Alezandra Torres Castano is a researcher at the Canary Islands Health Research Foundation (FUNCANIS) linked to the Evaluation Service of the Canary Islands Health Service (SESCS) and a researcher at the Spanish Network of Technology and Performance Assessment Agencies of the National Health System. Health (RedETS). She also has experience and publications in the use of different digital resources to design interventions and resources that improve the health and well-being of citizens.
Luca Roncati, MD, DMLS, PhD, is the Associate Editor of the European Journal of Gynaecological Oncology (EJGO), Medical Executive at the University Hospital of Modena, and Adjunct Professor at the University of Modena and Reggio Emilia, Italy; he is the author of over 250 scientific publications, he has taken part in the work of various national and international research groups, he has organized several conferences of national relevance, he has attended as a speaker at numerous congresses and seminars, he holds the intellectual property of an Italian and international patent for anticancer therapy, and he has obtained various national and supranational awards.
To be updated soon.
Mehmet Akif CIFCI is an educator with over ten-year experience. He is an active researcher and has published several research articles, presented at several conferences. Akif is currently working on projects with the Scientific and Technological Research Council of Turkey, and he has provided training sessions on image processing, NLP, food safety, and data analyses. He is also a member of IEEE, CMC, and founder member ABV. His academic interests are AI, ML, DL, Image Processing, Digital Forensic, Food safety, and CPS.
Ling-Qun Hu graduated from Zhejiang University School of Medicine in 1984. He was an Internist in China and a Researcher in Canada. In 2001, after his residency training in USA, he became an Anesthesiologist at Northwestern University Feinberg School of Medicine. He is the Founder and Executive Director of No Pain Labor & Delivery - Global Health Initiative and the Editor-in-Chief of its journal. He has published three books as an author or associate-author and five books as a chief translator or associate-chief translator.
Professor Robert (Rob) Coleman is Emeritus Professor of Medical Oncology in the Department of Oncology and Metabolism at the University of Sheffield. He graduated in medicine from Kings College Hospital Medical School in 1978 and trained in London and Edinburgh before moving to Sheffield in 1991 where he was instrumental in developing clinical cancer research in the city and establishing an internationally respected bone oncology research team in Sheffield. Rob has held many leadership roles within the university and the National Institute for Health Research (NIHR) Cancer Research Network. Despite recently retiring from his formal position at the university, he remains research active and still leads a number of national and international clinical trials. Since 2014 he has been a part-time Medical Director for the global independent medical education provider, prIME Oncology™, developing and delivering both live and on-line educational activities for oncologists and other providers of cancer care. Professor Coleman is a past-president of the Cancer and Bone Society and the founding editor of “Journal of Bone Oncology”. He has published nearly 450 peer reviewed manuscripts and numerous book chapters. He is also a trustee and deputy chair of the board at St Luke’s Hospice in Sheffield and a trustee for the Weston Park Cancer Charity.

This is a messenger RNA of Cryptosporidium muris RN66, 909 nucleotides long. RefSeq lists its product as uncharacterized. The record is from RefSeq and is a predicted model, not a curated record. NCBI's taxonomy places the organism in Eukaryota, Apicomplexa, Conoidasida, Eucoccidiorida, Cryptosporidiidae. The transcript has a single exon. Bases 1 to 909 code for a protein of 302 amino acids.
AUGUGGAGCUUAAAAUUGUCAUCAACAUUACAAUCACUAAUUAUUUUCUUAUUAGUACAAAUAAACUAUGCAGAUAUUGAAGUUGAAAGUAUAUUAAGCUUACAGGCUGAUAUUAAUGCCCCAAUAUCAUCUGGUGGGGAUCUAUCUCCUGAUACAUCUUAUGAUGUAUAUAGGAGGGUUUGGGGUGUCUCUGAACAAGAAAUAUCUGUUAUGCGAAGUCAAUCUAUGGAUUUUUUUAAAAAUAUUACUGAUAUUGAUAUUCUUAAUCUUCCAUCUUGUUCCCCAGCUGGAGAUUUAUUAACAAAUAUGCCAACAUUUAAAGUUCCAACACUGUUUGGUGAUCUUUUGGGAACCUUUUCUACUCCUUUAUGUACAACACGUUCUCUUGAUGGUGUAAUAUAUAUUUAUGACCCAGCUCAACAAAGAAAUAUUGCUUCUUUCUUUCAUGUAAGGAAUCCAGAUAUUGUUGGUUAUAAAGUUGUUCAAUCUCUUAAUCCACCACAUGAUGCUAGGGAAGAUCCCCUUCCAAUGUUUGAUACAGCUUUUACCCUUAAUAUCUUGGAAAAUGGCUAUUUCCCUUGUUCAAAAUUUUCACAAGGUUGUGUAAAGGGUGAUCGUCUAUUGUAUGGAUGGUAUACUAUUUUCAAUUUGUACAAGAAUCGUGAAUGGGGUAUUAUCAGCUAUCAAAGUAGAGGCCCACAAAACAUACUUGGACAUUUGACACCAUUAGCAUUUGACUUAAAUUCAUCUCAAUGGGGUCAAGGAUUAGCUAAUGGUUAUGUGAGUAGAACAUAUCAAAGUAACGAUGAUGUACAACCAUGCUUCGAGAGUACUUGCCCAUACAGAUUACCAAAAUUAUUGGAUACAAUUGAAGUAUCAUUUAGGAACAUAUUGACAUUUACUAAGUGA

After studying general chemistry and biochemistry at the Albert-Ludwigs-University Freiburg i.Br. (Germany) I got the PhD in biochemistry from the same university. During my PhD work I was trained in virology, cell- and molecular-biology. During several postdoc positions [Department of Molecular Pathology at the University of Bonn (Germany), Charite Berlin (Germany), Department of Gynaecology and Obstetrics at the University of Wuerzburg (Germany)] I received a broad training and knowledge in molecular pathology and cancer research. At the moment I am working in the Department of Molecular Pathology at the ICR (London, UK). I have published more than 60 papers in reputed journals and has been serving as an editorial board member of repute.
Dr. Alvaro Macieira-Coelho is a Research Director at the French National Institute of Health. He received an M.D. from the University of Lisbon, Portugal and a Ph.D. from the University of Uppsala, Sweden. He became an intern at the University Hospital in Lisbon and was a research associate at the Wistar Institute in Philadelphia, U.S.A. and at the Department of Cell Biology of the University of Uppsala, Sweden. He became Head of the Department of Cell Pathology at the Cancer Institute in Villejuif, France and was a visiting professor at the University of Linkoping, Sweden. He published 150 papers in professional Journals and nine books on cancer and aging. He received the Fritz Verzar Prize at the University of Vienna, Austria, the Seeds of Science award from the journal CiênciaHoje, and the Career Prize at Lisbon, Portugal, and he is a Dr. Honoris Causa at the University of Linkoping, Sweden and a Johananoff International Visiting Professor at the Mario Negri Institute, Milano, Italy.
Adnan Y. Rojeab is a doctor in electrical engineering, and a university lecturer and researcher. His teaching has been with many Universities, like that of the Queen Mary University of London, University of West London. Where he has supplied the students by his own books according to the syllabus of the teaching subject. As well, he is now working at The London College, U.C.K. He is interested in the area of the aspects of the electromagnetic action on the biological system.